Hundreds of black-clad rogues are about to take over the town of Brixham on England’s southern coast. The townspeople are prepared — to join the invasion, that is, as the Brixham Pirate Festival sails into town with Jolly Rogers flying May 4-5.
The Brixham Buccaneers will attempt to break a “pirate conga line” record on Sunday, but that’s just the tip of the plank. Festivities include reenactments, songs, swordfights, and even dancing. It’s all family-friendly fun — as long as the kids don’t mind the sound of cannon and gunfire.
A more musical version of pirate life will storm Britain this summer: Gilbert and Sullivan’s “Pirates of Penzance” musical will be touring the UK starting in Glasgow, Scotland, on May 15.
Pirate celebrations continue into the summer. As at Brixham, Hastings Pirate Day annually attempts to set records with pirate-clad revelers. Hastings, on the southeastern coast, set the Guinness World Record for most pirates in one place in 2012 (14,231) and will try to best its record in 2013.
Just in time for the occasion, the Tampa Bay Buccaneers are giving Hastings a pirate-ship replica built for the Bucs’ 2011 NFL game against the Chicago Bears at Wembley Stadium in London. Near Hastings, the Smugglers Adventure in St. Clements Caves lets you into the life of a rogue year-round.
On the other side of England’s southern coast, Joss Bay in Kent is named for a prolific smuggler, Joss Snelling, who eventually taught his trade to his son and grandson.
Nowhere is Britain’s pirate past celebrated more than on the southwest coast of England. The real Penzance, where the professional rugby team is called the Cornish Pirates, lies on the edge of the Cornwall peninsula. Brixham is on the coast in Devon, just to the east.
Local lore is steeped in tales of smugglers and pirates. As global trade increased in the 1600s, pirates robbed ships and smuggled cargo between Britain and ports around the world. Some of history's most famous pirates were British: Scotland-born Captain Kidd, Edward Teach (aka Blackbeard), “Calico Jack” Rackham, Henry Morgan (whose name is now a rum brand) and Bartholomew “Black Bart” Roberts.
By the late 1700s, up to a quarter of trade in Britain was illegal, with much of it coming through southwestern England. Within Cornwall, 'legal' tea, spirits or fineries were almost unknown,” Paul White wrote in his book “The Cornish Smuggling Industry.”
In reality, with shipping and military interests stretching around the globe, Britain was generally more concerned with stopping pirates. The country’s many world-class maritime museums are full of displays about historic ships that would have battled them.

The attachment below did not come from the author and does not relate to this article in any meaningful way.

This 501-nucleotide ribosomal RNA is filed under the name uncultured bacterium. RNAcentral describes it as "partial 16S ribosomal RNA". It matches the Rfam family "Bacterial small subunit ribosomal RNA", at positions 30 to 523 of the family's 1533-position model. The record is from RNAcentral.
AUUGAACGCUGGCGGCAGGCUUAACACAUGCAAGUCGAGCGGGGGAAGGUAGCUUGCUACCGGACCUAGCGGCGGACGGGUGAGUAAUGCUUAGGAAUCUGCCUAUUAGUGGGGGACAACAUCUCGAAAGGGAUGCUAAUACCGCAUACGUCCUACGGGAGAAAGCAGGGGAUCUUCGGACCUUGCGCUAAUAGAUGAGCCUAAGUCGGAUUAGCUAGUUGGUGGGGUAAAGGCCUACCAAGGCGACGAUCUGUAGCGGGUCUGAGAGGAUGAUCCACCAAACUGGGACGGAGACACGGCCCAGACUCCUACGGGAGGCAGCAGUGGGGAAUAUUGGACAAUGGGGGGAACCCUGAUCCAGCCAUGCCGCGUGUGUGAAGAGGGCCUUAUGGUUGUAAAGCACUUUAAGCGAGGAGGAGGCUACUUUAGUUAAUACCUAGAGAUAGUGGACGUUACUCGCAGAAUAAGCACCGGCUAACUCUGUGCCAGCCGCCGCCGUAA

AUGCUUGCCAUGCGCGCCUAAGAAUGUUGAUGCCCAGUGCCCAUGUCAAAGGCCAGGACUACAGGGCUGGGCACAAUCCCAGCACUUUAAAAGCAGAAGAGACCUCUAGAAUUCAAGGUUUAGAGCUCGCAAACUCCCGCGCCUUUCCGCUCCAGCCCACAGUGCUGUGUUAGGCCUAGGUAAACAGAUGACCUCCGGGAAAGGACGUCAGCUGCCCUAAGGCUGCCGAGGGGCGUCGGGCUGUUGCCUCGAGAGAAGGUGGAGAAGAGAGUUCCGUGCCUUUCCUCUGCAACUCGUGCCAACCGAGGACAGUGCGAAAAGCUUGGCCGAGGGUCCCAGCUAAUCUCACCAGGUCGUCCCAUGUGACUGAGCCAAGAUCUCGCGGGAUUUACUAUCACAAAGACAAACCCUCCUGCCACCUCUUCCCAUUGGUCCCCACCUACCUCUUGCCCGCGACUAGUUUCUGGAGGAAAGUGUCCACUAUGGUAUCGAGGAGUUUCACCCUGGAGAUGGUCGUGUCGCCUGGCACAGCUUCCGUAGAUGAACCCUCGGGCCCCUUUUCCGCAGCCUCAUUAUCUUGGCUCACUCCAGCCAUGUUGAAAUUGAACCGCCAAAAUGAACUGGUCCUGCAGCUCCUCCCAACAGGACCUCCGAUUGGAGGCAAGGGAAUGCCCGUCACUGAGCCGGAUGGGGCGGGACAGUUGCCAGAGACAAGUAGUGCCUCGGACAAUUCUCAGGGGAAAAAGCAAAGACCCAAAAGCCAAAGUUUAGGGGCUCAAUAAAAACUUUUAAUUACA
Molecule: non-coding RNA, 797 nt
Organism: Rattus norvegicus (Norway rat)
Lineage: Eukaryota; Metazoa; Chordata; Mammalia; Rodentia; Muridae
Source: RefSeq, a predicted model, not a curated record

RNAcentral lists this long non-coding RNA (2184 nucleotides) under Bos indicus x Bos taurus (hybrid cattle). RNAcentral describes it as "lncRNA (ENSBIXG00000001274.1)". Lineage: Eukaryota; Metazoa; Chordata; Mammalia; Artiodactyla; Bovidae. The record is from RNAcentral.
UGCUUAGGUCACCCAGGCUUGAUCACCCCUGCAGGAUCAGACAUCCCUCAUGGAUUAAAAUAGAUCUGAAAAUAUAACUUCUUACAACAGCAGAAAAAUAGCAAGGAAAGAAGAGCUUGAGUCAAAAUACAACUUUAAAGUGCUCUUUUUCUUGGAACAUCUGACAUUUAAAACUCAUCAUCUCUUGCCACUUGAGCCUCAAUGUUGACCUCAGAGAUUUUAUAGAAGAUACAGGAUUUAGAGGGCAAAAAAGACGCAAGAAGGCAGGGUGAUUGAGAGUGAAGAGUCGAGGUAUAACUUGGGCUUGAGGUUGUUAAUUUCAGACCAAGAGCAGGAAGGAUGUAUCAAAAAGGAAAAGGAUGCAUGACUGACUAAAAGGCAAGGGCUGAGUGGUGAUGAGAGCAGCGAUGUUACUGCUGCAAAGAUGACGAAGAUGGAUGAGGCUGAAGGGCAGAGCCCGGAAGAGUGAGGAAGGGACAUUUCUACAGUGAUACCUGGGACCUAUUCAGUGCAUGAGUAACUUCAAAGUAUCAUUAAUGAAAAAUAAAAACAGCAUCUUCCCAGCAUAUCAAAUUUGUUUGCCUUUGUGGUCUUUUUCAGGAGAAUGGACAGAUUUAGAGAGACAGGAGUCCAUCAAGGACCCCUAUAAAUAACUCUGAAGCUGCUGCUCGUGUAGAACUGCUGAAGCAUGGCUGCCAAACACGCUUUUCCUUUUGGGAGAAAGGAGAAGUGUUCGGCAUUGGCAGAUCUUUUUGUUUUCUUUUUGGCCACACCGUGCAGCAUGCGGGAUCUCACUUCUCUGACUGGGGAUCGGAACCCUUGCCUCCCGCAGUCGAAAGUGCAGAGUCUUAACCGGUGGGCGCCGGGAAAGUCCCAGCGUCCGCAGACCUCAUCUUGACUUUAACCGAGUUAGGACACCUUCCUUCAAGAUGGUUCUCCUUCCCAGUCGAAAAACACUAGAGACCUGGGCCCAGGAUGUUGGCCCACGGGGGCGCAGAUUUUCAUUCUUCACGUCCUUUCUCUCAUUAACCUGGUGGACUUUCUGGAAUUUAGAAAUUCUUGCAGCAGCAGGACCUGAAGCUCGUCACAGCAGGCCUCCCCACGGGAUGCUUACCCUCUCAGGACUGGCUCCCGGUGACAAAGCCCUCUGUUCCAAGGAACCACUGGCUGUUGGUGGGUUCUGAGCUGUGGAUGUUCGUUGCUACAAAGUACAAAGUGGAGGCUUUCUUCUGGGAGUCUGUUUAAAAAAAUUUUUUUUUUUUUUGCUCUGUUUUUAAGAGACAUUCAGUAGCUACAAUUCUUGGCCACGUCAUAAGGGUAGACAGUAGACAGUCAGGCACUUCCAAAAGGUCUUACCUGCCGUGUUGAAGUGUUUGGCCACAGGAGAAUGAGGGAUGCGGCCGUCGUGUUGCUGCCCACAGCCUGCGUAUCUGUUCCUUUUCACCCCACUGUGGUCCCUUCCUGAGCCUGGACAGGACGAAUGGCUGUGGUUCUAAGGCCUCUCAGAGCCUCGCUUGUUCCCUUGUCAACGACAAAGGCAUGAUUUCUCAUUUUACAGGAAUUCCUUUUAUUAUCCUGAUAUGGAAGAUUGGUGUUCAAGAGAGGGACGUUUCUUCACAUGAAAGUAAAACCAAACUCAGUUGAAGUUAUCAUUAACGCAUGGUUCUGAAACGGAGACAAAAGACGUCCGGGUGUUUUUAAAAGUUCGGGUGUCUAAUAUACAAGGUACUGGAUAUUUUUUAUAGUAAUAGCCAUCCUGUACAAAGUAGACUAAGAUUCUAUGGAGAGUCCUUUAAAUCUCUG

The collection at the National Maritime Museum in Greenwich, for example, includes pirate medals, flags and art depicting battles at sea. The Museum of London Docklands has a number of family-friendly pirate-oriented programs, such as “How to Be a Pirate,” “Billy Jenkins: a Pirate’s Life for Me” and “Queen Elizabeth I and the Pirate Queen of Ireland.”
The UK-made movie “Pirates! In an Adventure with Scientists!” (called “Pirates! Band of Misfits” in the US) was nominated for a 2013 Academy Award for Best Animated Feature. The ship built for the movie is on display for a few more days in Liverpool. After it leaves, the city’s Merseyside Maritime Museum will still have plenty for seafarers to explore.
At the National Museum of the Royal Navy in Portsmouth, on England’s south coast, a genuine Jolly Roger flag from about 1790 is on display, but it’s as much to commemorate to Royal Navy’s fight against pirates as to glorify the scoundrels.
“Pirates always attract much interest, no doubt in part due to the many Hollywood films about them,” said Richard Noyce, the museum’s curator of artifacts. “However, in reality they weren’t the loveable rogues they are often portrayed as. Then, as now, pirates were seen as a threat to trade and great efforts were made to suppress their criminal activities.”
Photos: Pirates of all ages meet at Brixham this weekend for the town's waterfront Pirate Festival. (Photo courtesy Brixham Pirate Festival)
On Pirate Day in Hastings, England, revelers will try to break their own record for number of pirates in one place. (Photo courtesy of Hastings Borough Council & 1066 Country Marketing)
Pirate ships sail into Brixham Harbor for the pirate festival. (Photo courtesy of Brixham Pirate Festival)
A local actor playing smuggler Joss Snelling enjoys a tankard of ale in Broadstairs, Kent, near the spot now named Joss Cove. (Photo by Rod Edwards/Visit Britain via Thanet District Council)